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From the Thirty-nine Articles.
Christ did truly rise again from death, and took again his body, with flesh, bones, and all things appertaining to the perfection of man's nature, wherewith be ascended into heaven, and there sitteth, until he return to judge all men at the last day.
The Romish doctrine concerning purgatory, . pardons, worshipping and adoration, as well of images as of reliques, and also invocation of saints, is a fond thing, vainly invented, and grounded upon no warranty of Scripture, but rather repugnant to the Word of God.
from the Homilies.
Homily 9. An Exhortation against the Fear of Death.
Thirdly, we must believe the resurrection of the flesh; wherefore after the article of the remission of sin followeth next this article: “ I believe the rising again of the flesh.” For among other punishments for original sin, laid upon Adam and his posterity, we daily see this horrible pain, that the goodly beautiful body of man, created to immortality, must needs once be dissolved by death, and brought to a filthy and stinking corpse and grave, that the tyranny of sin (which so long as we live rageth in our flesh) by our death may cease and have an end, as St. Paul saith unto the Romans : for by death of the body, cease all the desires, concupiscences, and rages of the mind, which be against the will and commandments of God. There cease also all sins against our neighbour, as ire, envy, lechery, covetousness, pride, and all ill affections: and at the last day God shall raise us again from death, so that such infirmities and sins shall no more be found in us, but we shall be pure, spiritual, and immortal, and like to the bright and clear body of Christ. And that we may the more assuredly believe this, both Christ himself rose from death, and many saints also with him.
KING EDWARD THE SIXTH'S CATECHISM.
Master. The end of the world, holy Scripture calleth the fulfilling and performance of the kingdom and mystery of Christ, and the renewing of all things. For, says the Apostle Peter, (2 Pet. iii.) “ We look for a new heaven and a new earth, according to the promise of God: wherein dwelleth righteousness.” And it seemeth reason that corruption, unstedfast change, and sin, whereunto the whole world is subject, should at length have an end. Now, by what way, and what fashion of circumstances, these things shall come to pass, I would fain hear thee tell?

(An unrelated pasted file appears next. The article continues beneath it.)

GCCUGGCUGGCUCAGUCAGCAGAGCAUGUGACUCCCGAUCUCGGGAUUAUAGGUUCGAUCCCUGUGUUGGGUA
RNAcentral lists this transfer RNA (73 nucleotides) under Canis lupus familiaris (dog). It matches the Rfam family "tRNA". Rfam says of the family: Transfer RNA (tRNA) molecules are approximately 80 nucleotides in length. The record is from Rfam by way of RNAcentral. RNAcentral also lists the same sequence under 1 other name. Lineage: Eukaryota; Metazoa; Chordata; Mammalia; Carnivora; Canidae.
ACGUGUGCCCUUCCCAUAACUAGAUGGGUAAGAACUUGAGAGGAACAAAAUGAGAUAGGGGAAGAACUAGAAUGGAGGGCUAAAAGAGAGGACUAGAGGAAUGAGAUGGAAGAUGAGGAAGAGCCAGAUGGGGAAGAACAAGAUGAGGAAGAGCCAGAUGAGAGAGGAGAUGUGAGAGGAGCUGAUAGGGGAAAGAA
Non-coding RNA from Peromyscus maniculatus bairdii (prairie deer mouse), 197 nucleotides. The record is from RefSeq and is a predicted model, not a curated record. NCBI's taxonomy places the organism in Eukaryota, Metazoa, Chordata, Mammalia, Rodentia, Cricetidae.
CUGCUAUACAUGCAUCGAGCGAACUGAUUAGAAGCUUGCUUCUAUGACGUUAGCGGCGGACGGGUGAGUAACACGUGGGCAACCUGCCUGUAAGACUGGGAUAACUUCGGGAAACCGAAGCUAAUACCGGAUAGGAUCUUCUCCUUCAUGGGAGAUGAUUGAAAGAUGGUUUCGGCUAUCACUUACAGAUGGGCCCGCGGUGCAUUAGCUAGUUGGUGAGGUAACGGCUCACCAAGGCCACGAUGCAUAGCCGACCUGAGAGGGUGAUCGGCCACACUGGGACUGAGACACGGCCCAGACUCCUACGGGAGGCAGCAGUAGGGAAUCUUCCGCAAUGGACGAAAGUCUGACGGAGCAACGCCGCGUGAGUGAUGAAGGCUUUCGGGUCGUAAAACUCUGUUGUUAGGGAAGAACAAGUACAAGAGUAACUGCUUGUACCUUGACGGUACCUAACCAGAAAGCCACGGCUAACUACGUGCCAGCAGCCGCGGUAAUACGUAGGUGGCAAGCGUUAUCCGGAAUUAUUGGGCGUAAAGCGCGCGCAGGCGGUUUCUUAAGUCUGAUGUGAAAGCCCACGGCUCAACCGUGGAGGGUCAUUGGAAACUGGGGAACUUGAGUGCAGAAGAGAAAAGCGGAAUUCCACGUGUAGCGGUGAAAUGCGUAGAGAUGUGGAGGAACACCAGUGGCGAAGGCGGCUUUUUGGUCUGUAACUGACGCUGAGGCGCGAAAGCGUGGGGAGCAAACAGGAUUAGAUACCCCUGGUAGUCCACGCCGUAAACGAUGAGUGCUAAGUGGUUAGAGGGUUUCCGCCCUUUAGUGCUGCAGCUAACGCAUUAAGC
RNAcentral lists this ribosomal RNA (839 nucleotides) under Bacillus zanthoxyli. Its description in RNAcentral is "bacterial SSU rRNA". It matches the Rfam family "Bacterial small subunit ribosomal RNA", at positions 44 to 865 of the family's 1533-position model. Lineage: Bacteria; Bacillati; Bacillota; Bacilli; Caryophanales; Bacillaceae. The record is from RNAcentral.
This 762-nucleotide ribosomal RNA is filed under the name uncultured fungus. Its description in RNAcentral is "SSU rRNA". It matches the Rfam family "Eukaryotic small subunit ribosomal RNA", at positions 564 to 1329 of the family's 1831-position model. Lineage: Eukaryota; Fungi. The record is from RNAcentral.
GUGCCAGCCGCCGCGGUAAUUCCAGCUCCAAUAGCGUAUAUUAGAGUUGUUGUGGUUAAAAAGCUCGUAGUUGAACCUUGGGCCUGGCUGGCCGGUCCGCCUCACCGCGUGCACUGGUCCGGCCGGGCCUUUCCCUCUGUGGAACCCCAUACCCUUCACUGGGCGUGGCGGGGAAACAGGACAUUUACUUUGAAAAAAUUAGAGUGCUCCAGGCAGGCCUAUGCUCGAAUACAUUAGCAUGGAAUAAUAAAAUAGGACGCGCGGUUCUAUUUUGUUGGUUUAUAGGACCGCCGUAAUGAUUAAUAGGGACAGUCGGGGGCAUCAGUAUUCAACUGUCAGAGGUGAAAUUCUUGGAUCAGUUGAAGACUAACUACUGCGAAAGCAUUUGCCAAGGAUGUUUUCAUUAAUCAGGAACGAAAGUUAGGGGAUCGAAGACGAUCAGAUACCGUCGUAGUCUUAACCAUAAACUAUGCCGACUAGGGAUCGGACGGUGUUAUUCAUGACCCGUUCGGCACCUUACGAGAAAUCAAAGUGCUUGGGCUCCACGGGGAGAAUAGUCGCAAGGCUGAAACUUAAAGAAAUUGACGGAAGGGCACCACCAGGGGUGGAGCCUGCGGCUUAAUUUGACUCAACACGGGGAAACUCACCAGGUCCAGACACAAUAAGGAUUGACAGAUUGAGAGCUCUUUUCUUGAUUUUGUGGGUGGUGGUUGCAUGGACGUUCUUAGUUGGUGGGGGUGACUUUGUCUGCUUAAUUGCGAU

Scholar. I will tell you, as well as I can, according to the witness of the same Apostle ;
“ The heavens shall pass away like a storm: the elements shall melt away: the earth and all the works therein shall be consumed with fire:” as though he should say, as gold is wont to be fined ; so shall the whole world be purified with fire, and be brought to his full perfection. The lesser world, which is man, following the same, shall likewise be delivered from corruption and change. And so for man this greater world (which for his sake was first created) shall at length be renewed: and be clad with another hue, much more pleasant and beautiful.
Mast. What then remaineth?
Scho. The last and general doom. For Christ shall come : at whose voice all the dead shall rise again, perfect and sound, both in body and soul. The whole world shall behold him sitting in the royal throne of his majesty : and after the examination of every man's conscience, the last sentence shall be pronounced. Then the children of God shall be in perfect possession of that kingdom of freedom from death, and of everlasting life which was prepared for them, before the foundations of the world were laid. And they shall reign with Christ for ever. But the ungodly, that believed not, shall be thrown from thence into everlasting fire, appointed for the devil and his angels.
· NOWELL'S CATECHISM.
Mast. Now rehearse the rest of the Creed.
Scho. I believe the resurrection of the flesh and life everlasting.
Mast. Because thou hast touched somewhat of this before in speaking of the last judgment, I will ask thee but a few questions. Whereto or why do we believe these things?
Scho. Although we believe that the souls of men are immortal and everlasting, yet if we should think that our bodies should by death be utterly destroyed for ever, then must we needs be wholly discouraged; for that, wanting the one part of ourselves, we should never entirely possess perfect joy and immortality. We do therefore certainly believe not only that our souls, when we do depart out of this life, being delivered from the company of our bodies, do by and by fly up pure and whole into heaven by Christ, but also that our bodies shall at length be restored to a better state of life, and joined again to their souls, and so we sball wholly be made perfectly and fully blessed ; that is to say, we doubt not that both in our bodies and souls we shall enjoy eternity, immortality, and most blessed life, that shall never in everlasting continuance of time be changed. This hope comforteth us in miseries. Endued with this hope, we not only patiently suffer and bear